Variety (April 1932)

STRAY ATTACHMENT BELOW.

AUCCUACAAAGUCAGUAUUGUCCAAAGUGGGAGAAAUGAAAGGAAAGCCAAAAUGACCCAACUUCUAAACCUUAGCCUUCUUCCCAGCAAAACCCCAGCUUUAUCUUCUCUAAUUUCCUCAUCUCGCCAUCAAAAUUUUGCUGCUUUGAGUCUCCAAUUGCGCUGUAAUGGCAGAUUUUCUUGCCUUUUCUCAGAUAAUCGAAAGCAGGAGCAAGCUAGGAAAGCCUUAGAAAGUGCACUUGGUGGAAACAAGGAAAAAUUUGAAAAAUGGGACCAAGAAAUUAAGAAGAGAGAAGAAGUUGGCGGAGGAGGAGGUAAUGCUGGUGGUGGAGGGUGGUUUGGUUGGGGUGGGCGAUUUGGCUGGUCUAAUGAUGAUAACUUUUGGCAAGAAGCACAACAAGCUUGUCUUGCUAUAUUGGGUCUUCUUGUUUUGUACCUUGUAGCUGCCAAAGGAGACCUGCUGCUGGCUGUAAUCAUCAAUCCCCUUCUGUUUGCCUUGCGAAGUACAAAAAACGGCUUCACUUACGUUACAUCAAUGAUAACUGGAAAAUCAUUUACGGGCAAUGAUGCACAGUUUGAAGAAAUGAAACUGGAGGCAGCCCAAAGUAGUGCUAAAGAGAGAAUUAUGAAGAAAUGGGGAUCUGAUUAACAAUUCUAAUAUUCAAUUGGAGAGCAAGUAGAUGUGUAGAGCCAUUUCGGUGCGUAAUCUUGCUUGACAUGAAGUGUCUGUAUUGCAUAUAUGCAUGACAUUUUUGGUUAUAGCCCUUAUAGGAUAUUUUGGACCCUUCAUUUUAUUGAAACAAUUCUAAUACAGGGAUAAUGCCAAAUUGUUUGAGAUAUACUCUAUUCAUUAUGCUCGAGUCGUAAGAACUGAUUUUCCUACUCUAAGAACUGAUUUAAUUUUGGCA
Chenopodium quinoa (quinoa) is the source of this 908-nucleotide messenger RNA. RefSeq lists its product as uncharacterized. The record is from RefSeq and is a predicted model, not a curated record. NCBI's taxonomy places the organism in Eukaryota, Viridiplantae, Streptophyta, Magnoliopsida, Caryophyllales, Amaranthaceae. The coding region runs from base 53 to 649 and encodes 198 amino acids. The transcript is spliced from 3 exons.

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Tuesday, April 26/ 1932 PICT E S VARIETY 25 JHE MIRACLE MAN (Continued from page 13) material of some years bacH. iPVHat was 100% acceptable then, too oiCten lias required modertilizatloii, refur- bishing or other treatment to attune it to the immediate present- Save for these intermittent short- comings, 'The Miracle Man' has its inomente. The basic, appeal of good over evil Is undeniably as powerful a premise as It always has been. . The Buppoi't casting is more hot- _fl,We in spots than In the case of the principals. Irving Plchel as the un- . believer; Bobby Coogan as the re- claimed crippled. youngster;• Ned Sparks In a tip'-top dea4-pan role; Lloyd Hughes in a secondary sym- pathetic assignment; Boris Karloff as Nikko; Frank Darien as the hotel keeper, and Virginia^ Bruce as an- other who ip reclaimed by faith, do papltal jobs with their assignments. Abeh THE WET PARADE Mett-o-GoIflwyn^Mayer pro<luctloti. and re- lease. Directed by Victor Fleming. Adapt- ed by J. ti. Jklabin from .Uplon Sinclair's jioveU George" Barnes,. photog.. At the Rl- Blto, N. Y., tor grind run starting April 22. Rtinnlnff time, 118-mlnR Maggie May Roger Chllcote . Boger Ghllcote, • Jr Mrs. Cbllcote,..... Kip Tarlcton.... Pow Tarleton. ,. Abe Shilling.... Jerry Tyler..... ^Ileen Plnchon., Slojor Doleshal. •«t.« t«• •. '* Doro.lliy Jordan ....Lewis Stone ..Nell Hamilton .. .Emma Dunn ..Robert Tourig .Walter Huston Jimmy Durante ..Wallace Ford .... .Myma Loy John Miljan Tlbbs , .Clorence Kluse Mrs, ..Tarleton i.. .Clara Blandick While chancing, the most definite picture stand thus far. on the pro- hibition Issue, this second of the ^season's two booze pr61>lem talkers —the first was D. W. Grlfflth's 'The Struggle'^—Is, like Its predecessor, ho more successful, $.3 an entertainment than prohibition itself has been as a law. Ellihination of the entertain- ment angle leaves only the excite- iheht Its propaganda could cause as an avenue.for profits. But 'Wet Pa^ rade' tells the sjyets nothing theiy don't know, nor does it Inform the drys on anything they don't hear about daily. So Its bbxbfllce future looks pretty dull. In footage, time consumed, size of cast and ground covered, this is more than one picture—It's a couple. But as an amusement, discounting the propaganda phase, it's not even one.picture. Fault Is with the story, an almost impossible yarn for suc- cessful screen adaption.. Sometimes the players almost malce it a pic- ture. Chiefly effective is Jimmy Du- rante, who breezes in after an itour and a half of tragic dullness and grabs ^the only laughs. The prob- able technical gem of the many in- telligent readings is Walter Hus- ton's, but he's always hedged in by dreariness. Two distinct stories are hem- ■tltched into one scenario by the 'Variety^ Says: March 26, 1932 . "Probably the applause honors of the layout go to Freddy Mack, pit' leaxler, who puts his boys through a bracing 10 minutes before- the stage show gets going." KaUf. routine process of holding over tlie same characters for Part Two, and making each section a contrast for the other.. The first hour or so treats of pre-prohlbltlon days, going the limit In sympathizing With the dry movement. At the turn, after showing the evils of drink and mag- hifylng them by sticking to two familiea, both of whom meet; sorrow via the booze route, it follows thie same plan to show the evils that go with prohibition. Antl-prohlbitiph sentiment wlue the argument as It .was presented at the Rialto on Broadway, by the sim-^ pie method of having the final word. ■The good old days when drinking was .lawful are painted as dreadful for a full hour. ' But they're still the good old days contpared to the post- prohibition conditions which tliis picture later presents to lay Its earlier airgument.on the shelf. Ardent prohibitionists of the cast are a southern girl and northern boy whose respective fathers Jose their battle with the bottle. The girl's father (Lewis Stone), a distin- gulshedt Wealthy, southern gentle- man, is the first casualty, cutting his own throat during D.T.'s that follow a lengthy. bender. The boy's fathei^ (Walter Huston), a n;oi'onic old roue who does most of liis drihk- vlng on the cuff, survives the pre- prohlbition days, but goes to Jail when a half gallon of poisoned alky drives him to murder his wife, His father's tragic finish urges the boy to find the source of the poiiaon and he joins the prohibition force. Meantiniei the common bause has drawn the boy and girl together and they wed. In the prohlbitioh enforcement se- quence, and there only, does 'Wet Parade' possess strength, it starts with a powerful condenmation of the law by the district •administra- tor, who asserts enforcement Is Im:- possible, but a job is a job. He doesn't believe In it himself, he de- clares, and. neither do most of the agents, the majority of .whom are cheap graftei's.. Durante, "as one of the few honest guys on the force. Is teamed with the boy, arid this is where the laughs start. They're sus- tained until Durante does a Hamlet towards tlie. finish. They called on Durante to play a'death scene after ca.tching a bootlegger's bullet, find Jinrimy plays it, schnoz arid all. How that prohi administrator's panning of the law will hit the bone j dry spots ia a question. It may start yells in such localities, al- though for that matter the entire second part of the picture Would have to be basically changed to comply with di'y sentiments. . Wind up is in a hospital, where the boy and girl's newborn baby, the 6nly noh-speaklng part, in the large cast, appears to turn the tide completely against prohibition. Having been saved from a 'ride* while his wife was in the delivery room, the boy suggests at the finish that he fought, a losing fight, with- out directly saying so. . Mention of repeal naturally met with applause from the Broadway audience. Hisses greeted expres- sions of dry sentiments. Much of the footage could stand cutting. As an example of the ter- ritory the scenario attempts' to cover, even war scenes are dubbed in for the hardly important purpose of having the soldiers tritely com- ment on what the boys back home are pulling on them while they're away. Held down as they are by their lustreless pi-opaganda lines, most of the name-full cast find it difficult to shine. Dorothy .Jordan and .Robert Young are the girl and boy leads; Neil Hamilton, with curly hair now, does the happy-go-lUcky brother who goes blind; Wallace Ford Is a newspaper reporter who's In just to carry the war scene and minus an opportunity to make a showing. The character work by Huston and Stone outshine everything else, with the likelihood that Huiaton won't get the credit he deserves for one of the finest manipultttlohs of a hazardous part yet seen, in a talking picture. Bige. ARE YOU LISTENING? Metro .production And rele.ise starring' William Haines. Barry Beaumont di- rected from J, P. McE^oy's 'CoUlcr'.s' serial. Adapted by Dwlght Taylor; cam- era. Harold Ros^bn. Running time T.'l mine. At the Capitol, K. T., wee:< April i2. BUI Orlmea;................William Uulnes Laura, .Madge ]]:vana Sally Alice ■'.. ,., Clayton ........ I.ilrry .. .. George Wagner. Honey .; Russell Carson , Mrs. iPeters.......... '.«.«• , .'Anita Page ,..Karen Mbrley ..Nell Hamilton . .', Wallace Ford . .Jean Uersholt :.,.,Joan Marsh ..i.John Mlljun .Murray .KInnell ...IDthel Grimes : 'Are You Listening ?' has only the dubious advantage of' being the forerunner. of a ne'w cycle, of pic- tures centered around the broad- casting business. Otlierwise it's a mediocre product, presenting Wil- liam Haiiies at a great disadvant- age in more than one.respect. In an endeavor to take him out of the ■wise-cracking eatcgory, he brodies, as a dramatic actor, and further hurts himself by his actions and delivery to the Insiders. . Whether it, was Metro's idea to adhere as much as possible to the J. P. ^McEvoylan original style of episodic flashes, . the result is a wandering continuity which be- comes exciting only towards the end. It is just another variation of the good, old-fasbiohed chase which has al'ways been sure-fire. . ' Haines is a. radio continuity writer with, an unhappy married life (Karen Morley) and a sweet young thing (Madge Evans) who has two gayer sisters (Anita Page and Joan Marsh) as her other do- mestic problems. Miss ; Marsh, a highly decorative eyeful, as is Miss Page; ■ goes In for one of those scenes showing i^n iinsophisticated kid gone virrong. The one dramatic novelty is a radio-telephonic liookup wliereby a double-crossing tabloid editor picks up a direct pseudo-confession from Haines as the murderer.. -Fadeout I ia a three years' stretch for man^ slaughter (his wife was the acci- dental victim) with the inference it will be reduced to one yeair by good behavior. The picture on the whole is one of those disagreeable messes. Everybody I5 out to do dirt by each other. There are Jean Hersholt and Nell Hamilton on the make for Anita Page and Joan Marsh. John Miljan is an unbelievable tabloid- editor. Miss Morley Is the almost unbelievable shrew of a wife and Haines is unbelievable generally., Same goes for Beaumont's dis- jointed direction, which no amount of cutting could: knead together considering the basic looseners of the general structure. Aid of character, but Marian Nixon , is always on the job, turning in a far better performance in view of as- signment, considering everything, than the star. Characterizations, notably a meanle neighbor of this impecunious Smiths,, and plot situ- ations are sometime.'* a little oft keel, but In many ways they add realism to the han-ative.. v.. Strong maa^s .appeal is developed throiigh the fbur parentless kids, their plight and their simple, truc- to-type ways and attitude. Two lit- tle girls, Joan Breslaw and Gail; ICbrnfeld, are a delight; while Frankie Darro proved good casting as the yoiing boy. iuta LaRoy's vamp scene, as played, becomes an unintentional iaiigh. John Blystpno's direction on the whole able. More bfltri than othor- .wise, he has exhibited' a keen un- derstanding of the backwoods farhv and other lite, a big "slice: of which this picture cuts as its pattern. Char. SKY BRIDE Paramount production ana release, fea- turing Kichanl Arleri arid Jack 'Oakle; Dlrooted by Stephen Roberts. Screen play by Josdi>h Tj. Maiiklcwlcz, Agnes Brand T.,efthy and 0 rover Jones. : Photography by David Abel nnJ Charles Mnrslmll. At the Paramount, X. y.,' one week, starting April 22.. Running t1nu', 7.1 mins. Speed Condon .Richard Arten Aleo Dugiin.' < Jack <):ikle Ruth Dunning..,, .Virginia IJrure WIlUe .Robert Ooogrin Jim' Carmlchael.........-.. .Charloa Slnrrott Mrs. Smith. . ,,, .T/OUlse Closser Hale Kddle ....Tom Douglna Bill Adams..,'.............Harold Goodwin Standard situations, chiefly the aviator who loses his nerve, to re- cover it'in a moment: of stress, ^g- monted with the theme of 'The Man I Killed,' but well; plotted except for a lack of love Interest, and offering a wellrbuilt suspense episode. Ariel! is star of a barnstorming troupe. In the dog 'fight he comes too close to his partner, Tom Doug- las. Th'ey crash' and Douglas is (Continued on pag^ 5-i) NOW At THE FOX, BROOKLYN, Indefinitely Wild Women of Borneo (BRITISH MADE) Tplevl!=lnn Productions, Ltd.. producllon, released In the V. i^. through Flt-'st Di- vision. No cost cre<litB. At the famoo, Y.. bi'glnnlng April Ilunning time, 48 minutes. . • AMATEUR DADDY Fox production and release. Directed' by John Blvstone. Based on novel, 'iScotch Valley." bv Mildred Cram, 'with adaptation by Doris Malloy and Frank Dolan. "SDIalog by Willlom Couhsclman. Stars Warner Rnxter, with Marian Nixon In support. Photography by James Wong Howe. At Roxy, N. T., for ■week starling April 22. Running time, 71 mIns. Jim Gladden ..Warner Boxlcr Sally Smith Marian Nixon Lottie Pelgram .......Rita La Roy Olive Smith.; ,Lucille Powers Fred Smith No. 2..... William Pawloy Sam Pelgrani... t-. Dovid Landau Bin Hansen .r. Clarence Wilson Pet© Smith..................Frankle Darro Nancy Smith ; Joan Bre.slaw Lily SmI th > Gall Kornfeld Som Pelgram. Jr.. Joe-Haehey Fred Smith No. l Edwin Stanley FANCHON& MARCO The Mad .Wags of Malibu BERNIE and WALK E R 111 "ANtTIIING CAN II.VrrEN" NOVAK and FAY "All Tnngle*! t'n tat tan" "TOWN AND COUNTRY" Idea The title i.s more or less a mis- nomer. "VVhlle this travelog at the start, whfen the action is In Mexico, . has a talking reporter liinting about ! tiic women, they don't appear until i the last five minutes of the picture, ' and then partially secreted by .shrubbery and loin, cloths. | : A lot of I'amiliar scenes and Kitu- ' htions aro r.PhashPil.in this, ■ There i i^5 soarcfly an incident which could i-.he rated a.s spectacular or thrilling. ■ ]''icture possp.s.scs a certain. st.Tigi- noss and artiilclalily. Shots of oam- ; oramen rptfoatlhg from jUngle bca.sts . cannot l.o convlnclji^r. bpcause thr ; cameras that were pioturlng this r.c- : treat were hoKUn:; tlifir o.tvn ground. Mexico and. /the. Isle Of •(•;u;i(1;i-, : liipe are visited bcfurc llif action •i concentrate-s on P.orneo. The cus- I ternary loading and unloading of i supplies Is' iien.uittcd too much ' footage. W'My. Has 'Daddy =Long Legs' and War- ner Baxter as something to fall back on. 'Amateur Daddy's as a drawing card should do pretty well, Picture does not have Janet Gay- nor with Baxter again, but it has Baxter in another papa role. It's being sold at the Roxy on the strength of 'Long Legs' and will be merchandised along those lines else- where by smart showmen in an at- tempt to put teeth into the pull at the box ofllce. In that 'Amateur Daddy' strikes a strong human interest note and re- produces the color of the story faithfully in many respects, it ,is more than often very .iagreeable en- tertainment. Now and then it wan- ders a little, getting out of its setr ting somewhat, and theriein lie some of its deficiencieis. The first reel is fclose to approach- ing the superfine in the manner In which it catches the atmosphere in- tended, but shortly after that it starts to veer out of its path. The most shocking discovery the fan win make is that there has been a case of mistaken identity and that in an effort to overcome it, dire melodramatic measures arc dragged in. Baxter, a construotinn engineer, leaves'" a dying friend with the promise hf>'ll take care of his wife and kids in Scotch Valley, quickly e.stabli.'ihed as a small country oil coniniunity with numerou.s typf.-s of. villains. The widow having died before his arrival, Baxter walks in on a houkcful' of four kld.s, . one (.Marian Nixon) who look.** younger than her age, and proceeds to play paija. . In the face of nelgbbor.'! who want the dirty, poorly-fod children coin- nil ttod to an institution, he puts up a fierce battle for their rights, not di.scover.ing untll thc final reel that their rem father was another Vred Sniiili, Mho iefl them high and dry by way fif a j.'til sentence, iJaxier at times nearly walks out A LOEW PRODCCTIOM "FORWARD MARCH" <A»rll 23), Ohio. (Munbut *FaUmg For You* Eddie Meyer* Dlr: CANDREVA 6 BROS 6 blr;:' Carglll & Dobson Lp YALTA'S "Arabian Stallions' DlT. Clias. v.. Tates CHESTER HALE'S FORWARD MARCH GIRLS A l(.OEW PRODUCTION "HI-LITES OF 1932" (Weak April 23), .PataM, Waihlniten JIMMY "The RunaDiay Do^* Dir: Sam. Lyona VANDERBILT BOYS "Crooitaderi^of Song" Dir.: Phil Tyrrell PEG LEG BATES World\t Greateai Slonoped Daiicet Dir.: Nat Kalchelm, Wm. Morria Agencjr CHESTER HALE'S HI-LITERS A LOEW PRODCCTION "DANCE DREAMS" (Week April 23), Penn, Plttiburfh Buck'"'Bubbles .In ''Rhythm for Sale" rcrsonal Direction:' Nat Nazzaro IVAN TRIESAULT Farnous International Dancer and Pantomimist OLIVE SIBLEY •'J lie Songbird 61 Txoo Coritincnia Dir.- Carglll-Dobspn MARY MILES IIoUytcood'a. Acrobatic H^nsialion. ', Dlr.V'Carglll'DbbBon Chester Hale's Dream Damsels A I.OKW PROnUCTlON "THREE SCREENS" (April 23), PaiUlM. New Yerfc CHANEY ASn FOX 'Dancing .StarH of . Ttro ContinKnlH* Dli.: Juhnnv Uyh Franklyn D'Amore with JACK T,AXE '•J>o Yoil Wfliit to Wrestle" Dir.: Alex. 'Hanlon AL NORMAN ? COMEDIAN ? 'J'liinks to Johfiny llydo JOSEPH GRIFFIN lJlilini-iii-i; filvlr^ in Hoi\!i A f.OEW PRODt'CTION "WHIRLIGIGS" (April 23), State, CltveUnd 4FLASHDEVILS S. W. WARREN C. C. GILL. C P. WADE C. A. BANKS **8 Feet of Flash" Per. Dir. Harry Romm BARTl>>^RDEN Dancers ol All TYPES, TINTS and TEMPOS VIOLA •ltd JERRX . La VERNE "From Cave Man to Olgplo" PAUL KEASt ' t)ramafic Baritone Direct ion' l.,yonB .tt Lyons Chester Hale's. Whirligigs A XOEW PRODCCTION "WESTWARD HI-HO" (Week April 23), toew't. St Leali DON BARCLAY FOUR CARLTON BOYS "Knockin' Around" Per. Dir.: Irv. & Chaa. V. Tales CHESTER HOLE'S HI-HO GIRLS OSCAR RAGLAND and ROBT. G. PITKIN A 1.0K\f PRODOCTION "CUBAN HOLIDAY" (April 2 3). Or iental. CtaUaH The International Comedy Couple CLIFFORD AND MARION Dir.: Lyona & Lyona O'Hanlon'^'Zambiiiii DAN'CE CRBATORS Smart and. Sensational ' D ir. CbftB. V. Yate a THE 3 GOBS STILL WORKING Hl-DE-Hl Dir.: N»t Kalefaclm—Wm. Mor ili Wric« JACK REID "SINCINC THE BLUES'' Dir.: A l«i Hanlon A Biin Sh»p«rd CHESTEB HALE'S SENORITAS A I.OBW production; "FRIVOLITIES" (We«h_Aprll 22), Loew'i., lertey. City GEORGE DpRMONDE "Scienlific Nonsense* I'Jir.: Johnny Ilyde, Morris btr-lce TOMMY and BETTY WONDER "The Dancing Wonders'" I'lr,:. Wik; .Morris .Offico W. ErRITCHIE ■'Jim Orifjinal Tramp Cyclitl" The lllryele Jiullet CHESTER HALE'S FRIVOLITY GIRLS